Special Olympics is the world’s leading voice in elevating awareness of the needs and abilities of people with intellectual disabilities. Sports are at the heart, but our ultimate goal is to use stories of athletes’ achievements, skills and challenges to educate, engage and ultimately change attitudes toward people with intellectual disabilities.
Measurable Life Enhancement
The Special Olympics experience fills a critical need in the lives of people with intellectual disabilities by providing opportunities for physical activity, social interaction, and the demonstration of competence to themselves, their families and the community. The improvements athletes make in social skills and friendships are often dramatic. Special Olympics athletes learn developmental and life skills as the benefits of participation translate beyond sports, helping them to live more independent and rewarding lives.[ii]
By providing a platform for achievement and a large social network of teammates, coaches, family members and community groups, Special Olympics makes a measurable difference in the lives of athletes. In fact, at least 80% of families in the United States say they have seen improvements in their athletes’ self esteem, self confidence, social skills, friendships and health thanks to their participation in Special Olympics.[iii]
Special Olympics involvement also has positive effects on how family members relate to one another and to their athlete. A majority of parents in the U.S. (70%) report that Special Olympics has a positive effect on time spent as a family, either increasing the amount of time spent together or increasing the types of shared activities. This outlook is shared by siblings as well – 82% of who feel that Special Olympics has a positive impact on their family.[iv]
Anecdotal evidence suggests that volunteering with Special Olympics has a positive effect on all groups that work with the organization. Volunteers report a wide variety of benefits including personal satisfaction, increased tolerance, and re-examination of personal values.
Research indicates that Special Olympics can have a positive effect on members of the general public who have no relationship with the organization other than knowing about it, hearing others talk about it, and seeing its events on television or reading about them in the news. While it is harder to measure its effect on the general public, it is clear that the public in many places around the world is influenced by Special Olympics.Nonetheless, much progress still needs to be made for people with intellectual disabilities to be treated as equals in communities around the world.[v]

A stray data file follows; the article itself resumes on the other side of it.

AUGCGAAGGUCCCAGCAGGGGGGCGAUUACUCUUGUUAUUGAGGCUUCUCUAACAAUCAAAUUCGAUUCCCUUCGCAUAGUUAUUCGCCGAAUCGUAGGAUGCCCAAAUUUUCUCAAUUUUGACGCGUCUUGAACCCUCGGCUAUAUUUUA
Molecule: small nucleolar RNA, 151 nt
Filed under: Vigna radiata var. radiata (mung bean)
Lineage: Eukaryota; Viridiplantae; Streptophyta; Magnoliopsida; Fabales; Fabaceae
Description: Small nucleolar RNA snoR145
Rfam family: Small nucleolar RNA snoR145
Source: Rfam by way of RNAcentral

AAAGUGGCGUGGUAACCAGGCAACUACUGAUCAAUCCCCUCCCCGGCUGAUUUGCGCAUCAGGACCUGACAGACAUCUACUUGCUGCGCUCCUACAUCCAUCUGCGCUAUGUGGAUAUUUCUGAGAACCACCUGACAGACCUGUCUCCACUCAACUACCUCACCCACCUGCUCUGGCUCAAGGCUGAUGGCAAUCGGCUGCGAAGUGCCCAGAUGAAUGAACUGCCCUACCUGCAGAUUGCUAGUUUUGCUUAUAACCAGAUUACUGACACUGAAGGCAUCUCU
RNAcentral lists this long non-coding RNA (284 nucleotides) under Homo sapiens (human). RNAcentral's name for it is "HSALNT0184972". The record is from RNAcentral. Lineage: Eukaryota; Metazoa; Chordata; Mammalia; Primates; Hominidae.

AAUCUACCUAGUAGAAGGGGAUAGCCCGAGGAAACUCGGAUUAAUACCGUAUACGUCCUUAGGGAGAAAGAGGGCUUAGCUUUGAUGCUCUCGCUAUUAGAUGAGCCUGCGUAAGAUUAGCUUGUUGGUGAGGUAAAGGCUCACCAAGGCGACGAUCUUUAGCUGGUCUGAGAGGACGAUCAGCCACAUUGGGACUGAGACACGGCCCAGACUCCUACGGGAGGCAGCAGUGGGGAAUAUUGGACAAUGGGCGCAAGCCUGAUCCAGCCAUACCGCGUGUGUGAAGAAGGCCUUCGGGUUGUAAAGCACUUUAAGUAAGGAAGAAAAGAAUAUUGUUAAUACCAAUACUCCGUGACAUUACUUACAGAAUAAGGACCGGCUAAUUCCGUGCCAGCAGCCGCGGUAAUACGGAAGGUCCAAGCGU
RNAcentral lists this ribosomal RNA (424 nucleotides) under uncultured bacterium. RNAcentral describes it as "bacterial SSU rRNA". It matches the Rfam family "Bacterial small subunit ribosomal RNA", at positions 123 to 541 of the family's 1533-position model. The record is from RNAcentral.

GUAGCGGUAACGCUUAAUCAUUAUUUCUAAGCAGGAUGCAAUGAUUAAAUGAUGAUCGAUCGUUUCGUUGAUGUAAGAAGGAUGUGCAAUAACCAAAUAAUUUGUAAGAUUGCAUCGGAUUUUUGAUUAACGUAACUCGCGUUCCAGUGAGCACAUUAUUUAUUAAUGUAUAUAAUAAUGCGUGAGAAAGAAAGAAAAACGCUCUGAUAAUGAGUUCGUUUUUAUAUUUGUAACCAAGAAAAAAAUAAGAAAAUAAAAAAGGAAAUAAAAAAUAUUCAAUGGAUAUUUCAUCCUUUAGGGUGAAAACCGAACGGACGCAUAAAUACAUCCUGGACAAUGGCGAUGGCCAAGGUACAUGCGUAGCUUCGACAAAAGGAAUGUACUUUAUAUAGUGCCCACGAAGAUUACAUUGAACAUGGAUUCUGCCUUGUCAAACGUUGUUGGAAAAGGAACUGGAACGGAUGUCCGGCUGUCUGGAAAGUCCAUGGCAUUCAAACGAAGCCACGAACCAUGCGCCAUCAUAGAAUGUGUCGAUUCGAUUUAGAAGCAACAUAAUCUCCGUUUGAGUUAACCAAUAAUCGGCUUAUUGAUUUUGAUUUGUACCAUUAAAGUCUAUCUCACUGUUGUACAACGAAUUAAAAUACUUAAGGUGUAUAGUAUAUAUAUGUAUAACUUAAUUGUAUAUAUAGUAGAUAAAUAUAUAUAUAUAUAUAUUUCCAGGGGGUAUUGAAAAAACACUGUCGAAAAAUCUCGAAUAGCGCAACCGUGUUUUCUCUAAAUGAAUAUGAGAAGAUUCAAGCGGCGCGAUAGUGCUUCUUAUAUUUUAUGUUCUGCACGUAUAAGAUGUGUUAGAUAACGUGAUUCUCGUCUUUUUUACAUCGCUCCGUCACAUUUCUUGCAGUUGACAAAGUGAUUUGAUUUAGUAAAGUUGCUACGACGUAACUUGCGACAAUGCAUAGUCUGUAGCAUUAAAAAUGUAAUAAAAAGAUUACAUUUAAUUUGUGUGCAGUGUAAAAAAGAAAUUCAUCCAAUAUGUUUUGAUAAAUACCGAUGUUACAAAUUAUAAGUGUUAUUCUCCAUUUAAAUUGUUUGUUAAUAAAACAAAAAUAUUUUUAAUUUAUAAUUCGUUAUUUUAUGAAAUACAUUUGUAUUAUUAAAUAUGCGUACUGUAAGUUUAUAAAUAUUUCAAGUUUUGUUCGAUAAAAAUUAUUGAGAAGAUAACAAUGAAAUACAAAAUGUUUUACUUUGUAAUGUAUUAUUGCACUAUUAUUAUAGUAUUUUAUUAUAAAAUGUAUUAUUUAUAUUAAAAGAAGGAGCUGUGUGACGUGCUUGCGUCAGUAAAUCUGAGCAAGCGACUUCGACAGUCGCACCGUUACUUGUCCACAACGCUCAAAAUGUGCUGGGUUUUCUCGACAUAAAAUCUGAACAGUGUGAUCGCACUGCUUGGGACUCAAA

There are 381,071[vi] individuals with intellectual disabilities living in the State of Pennsylvania; 5.2% are enrolled in the Special Olympics Pennsylvania program. It is very important for us to continue our mission and to provide opportunities for individuals with intellectual disabilities whereby they are accepted, respected, and given the chance to become useful and productive citizens.[vii]
[i]Norins Bardon, J., Harada, C. M., Parker, R.C., and Brecklinghaus, S. (2008). Evaluation of the Special OlympicsEurope/Eurasia Unified Football Pilot-Project:Findings from Austria, Poland, Romania, Serbia and Slovakia. Special Report for Special Olympics International. Boston, MA: University of Massachusetts Boston/Special Olympics Global Collaborating Center
[ii] Impact of Special Olympics Families, Special Olympics Toolkit
[iii]Siperstein, G.N., Harada, C.M., Parker, R.C., Hardman, M. L., McGuire, J. (2005) A Comprehensive Study of Special Olympics Programs in the United States.A Special Report for Special Olympics International. Boston, MA: University of Massachusetts Boston/Special Olympics Global Collaborating Center
[v] Special Olympics, Inc. (2009) Serving Athletes, Families, and the Community, the Universal Impact of Special Olympics: Challenging the Barriers for People with Intellectual Disability.
[vi] World Health Organization
[vii] Special Olympics North America